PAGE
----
Getting the Most From Data with Standardized Regional Reporting

Toronto is one of the cities that RLDatix calls home. And for many of us, the pinnacle of overcoming obstacles is that we are now, somewhat miraculously, no longer the worst sports city in North America. 

But at this years' Palooza, our neighbours from Atlantic Canada challenged us to think of an even more daunting challenge: How do you bring multiple healthcare entities, each with their own approach and practice to reporting, into one, standardized provincial system? 

That was the topic that Cathy Smith, Provincial Administrator for the Nova Scotia Health Authority, and Gary Hall, Project Manager and Consultant from IMP Solutions, tackled in their presentation: One Province, One System, RL6 for Safety Improvement in Nova Scotia. 

In 2014, the province of Nova Scotia embarked on a 31-month journey to move the numerous healthcare entities in the province to one, standardized reporting system on RL6. That meant implementing and educating over 45 facilities, across numerous unique health entities (including the 9 district health authorities at the time, the province's children's hospital and the central health organizations). Each of these entities was using its' own reporting system; including various software and paper methords. 

The decision to standardized was driven by a key need: the desire to leverage data to improve healthcare in the province. 

"Previously, it was almost impossible to pull together and roll-out provincial data," says Smith. 

During their journey to standardization, Hall and Smith learned a lot. Some of their key takeaways included: 

  • Sometimes you have to find a middle ground. When it came to whether to include anonymous reporting or to only have confidential reporting, there was a divide in opinion between some of the healthcare organizations. Some had been promoting 100% confidential reporting for years; others had campaigns around the value of anonymous reporting. Ultimately, a decision was made to have both options - because while standardization was the ultimate goal, it's important to understand that each organization has an individual identity.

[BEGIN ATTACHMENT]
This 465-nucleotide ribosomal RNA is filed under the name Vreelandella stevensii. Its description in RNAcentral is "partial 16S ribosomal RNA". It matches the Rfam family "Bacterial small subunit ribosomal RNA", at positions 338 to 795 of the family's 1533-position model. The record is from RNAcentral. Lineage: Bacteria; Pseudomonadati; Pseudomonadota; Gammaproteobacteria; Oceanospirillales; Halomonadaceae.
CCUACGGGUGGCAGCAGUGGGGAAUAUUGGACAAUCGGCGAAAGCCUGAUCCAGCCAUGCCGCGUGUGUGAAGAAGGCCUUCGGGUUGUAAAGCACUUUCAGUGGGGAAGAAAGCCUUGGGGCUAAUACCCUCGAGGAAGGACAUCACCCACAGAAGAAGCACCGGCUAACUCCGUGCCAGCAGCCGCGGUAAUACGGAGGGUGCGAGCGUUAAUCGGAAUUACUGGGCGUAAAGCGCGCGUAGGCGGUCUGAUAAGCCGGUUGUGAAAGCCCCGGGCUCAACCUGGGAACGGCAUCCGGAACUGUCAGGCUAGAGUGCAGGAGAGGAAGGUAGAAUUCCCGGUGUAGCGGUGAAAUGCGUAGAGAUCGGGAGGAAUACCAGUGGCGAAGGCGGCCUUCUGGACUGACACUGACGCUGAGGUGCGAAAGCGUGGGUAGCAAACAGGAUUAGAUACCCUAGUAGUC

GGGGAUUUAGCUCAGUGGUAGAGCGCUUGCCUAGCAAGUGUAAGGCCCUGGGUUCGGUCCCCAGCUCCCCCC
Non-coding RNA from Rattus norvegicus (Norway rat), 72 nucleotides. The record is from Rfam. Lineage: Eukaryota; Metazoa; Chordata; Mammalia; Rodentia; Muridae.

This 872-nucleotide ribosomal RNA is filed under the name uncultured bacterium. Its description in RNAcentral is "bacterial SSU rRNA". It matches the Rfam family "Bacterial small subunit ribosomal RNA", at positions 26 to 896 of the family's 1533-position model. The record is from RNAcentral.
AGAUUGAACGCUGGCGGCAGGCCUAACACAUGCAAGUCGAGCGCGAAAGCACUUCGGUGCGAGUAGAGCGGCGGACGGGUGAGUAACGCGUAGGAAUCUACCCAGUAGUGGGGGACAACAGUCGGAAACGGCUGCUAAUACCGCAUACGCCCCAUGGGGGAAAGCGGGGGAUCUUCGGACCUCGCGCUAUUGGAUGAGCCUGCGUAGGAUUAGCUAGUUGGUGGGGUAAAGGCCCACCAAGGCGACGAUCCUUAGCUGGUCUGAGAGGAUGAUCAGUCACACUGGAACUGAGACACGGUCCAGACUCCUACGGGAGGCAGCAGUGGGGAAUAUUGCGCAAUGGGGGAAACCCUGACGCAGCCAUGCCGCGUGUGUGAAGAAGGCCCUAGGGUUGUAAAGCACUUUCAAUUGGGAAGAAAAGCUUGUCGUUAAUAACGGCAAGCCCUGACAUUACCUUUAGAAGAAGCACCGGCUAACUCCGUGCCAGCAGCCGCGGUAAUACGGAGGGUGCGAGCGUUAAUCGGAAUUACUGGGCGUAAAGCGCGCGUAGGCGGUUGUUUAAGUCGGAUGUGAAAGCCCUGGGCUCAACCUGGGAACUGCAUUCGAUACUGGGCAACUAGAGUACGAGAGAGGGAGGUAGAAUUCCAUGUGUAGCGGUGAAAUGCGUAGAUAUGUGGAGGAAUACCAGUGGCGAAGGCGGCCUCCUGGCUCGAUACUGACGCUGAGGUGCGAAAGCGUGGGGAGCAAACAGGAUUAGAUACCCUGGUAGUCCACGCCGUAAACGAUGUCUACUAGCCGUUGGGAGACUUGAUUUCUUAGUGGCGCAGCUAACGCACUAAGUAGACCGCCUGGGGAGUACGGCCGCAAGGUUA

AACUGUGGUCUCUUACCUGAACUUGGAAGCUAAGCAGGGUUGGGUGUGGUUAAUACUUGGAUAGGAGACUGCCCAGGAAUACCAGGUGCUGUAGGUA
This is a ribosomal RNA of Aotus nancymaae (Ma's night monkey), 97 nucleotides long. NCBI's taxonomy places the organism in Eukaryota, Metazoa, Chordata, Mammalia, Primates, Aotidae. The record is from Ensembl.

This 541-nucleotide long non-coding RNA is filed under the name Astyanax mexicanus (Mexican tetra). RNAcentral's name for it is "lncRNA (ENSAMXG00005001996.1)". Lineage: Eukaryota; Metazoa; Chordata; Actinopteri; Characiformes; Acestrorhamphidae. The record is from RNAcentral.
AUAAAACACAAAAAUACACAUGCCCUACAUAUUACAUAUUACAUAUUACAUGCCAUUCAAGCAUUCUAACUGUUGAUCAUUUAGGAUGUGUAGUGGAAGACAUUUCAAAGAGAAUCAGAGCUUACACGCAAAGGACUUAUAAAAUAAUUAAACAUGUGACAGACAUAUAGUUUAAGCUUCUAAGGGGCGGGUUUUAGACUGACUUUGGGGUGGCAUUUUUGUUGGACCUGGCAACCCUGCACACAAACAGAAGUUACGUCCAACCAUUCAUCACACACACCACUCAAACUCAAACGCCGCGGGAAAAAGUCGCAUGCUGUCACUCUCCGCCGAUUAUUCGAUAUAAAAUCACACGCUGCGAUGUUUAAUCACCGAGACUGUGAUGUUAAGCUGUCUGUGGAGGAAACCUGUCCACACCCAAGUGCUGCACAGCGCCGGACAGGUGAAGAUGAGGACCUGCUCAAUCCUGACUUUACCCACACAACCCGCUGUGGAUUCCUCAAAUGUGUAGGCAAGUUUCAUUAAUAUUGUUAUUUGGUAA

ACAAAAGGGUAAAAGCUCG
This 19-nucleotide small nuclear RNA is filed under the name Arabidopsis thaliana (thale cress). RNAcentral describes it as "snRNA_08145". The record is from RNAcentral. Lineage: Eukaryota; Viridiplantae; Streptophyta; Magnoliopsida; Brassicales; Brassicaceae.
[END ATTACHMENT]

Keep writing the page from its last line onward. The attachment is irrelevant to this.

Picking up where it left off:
• Marketing matters. Building up excitement and awareness around change can make a significant difference when it comes to onboarding staff. The team in Nova Scotia used a series of posters to announce the upcoming change and get people excited (and knowledgable) about why it was happening. 
  • Keep training materials in-context. "People love to look at information that is contextualized and relevant to what they're doing," says Hall. Creating education materials specific to location, demographic or context can make a significant difference in engaging staff. 

The staggered roll-out of the new standardized system was completed earlier this year. While a year's worth of data has not yet been gathered for all of the sites, so far there have been over 50,000 file submissions in the new Risk system. 

One of the best parts according to Hall? "We can discuss how to make improvements because everyone across the province is working with consistent information." 

Want to learn more about how to roll-out successful system-wide change? Watch our on-demand webinar about how Brigham & Women's Faulkner Hospital leveraged reporting data to drive patient safety improvements during their Epic implementation. 



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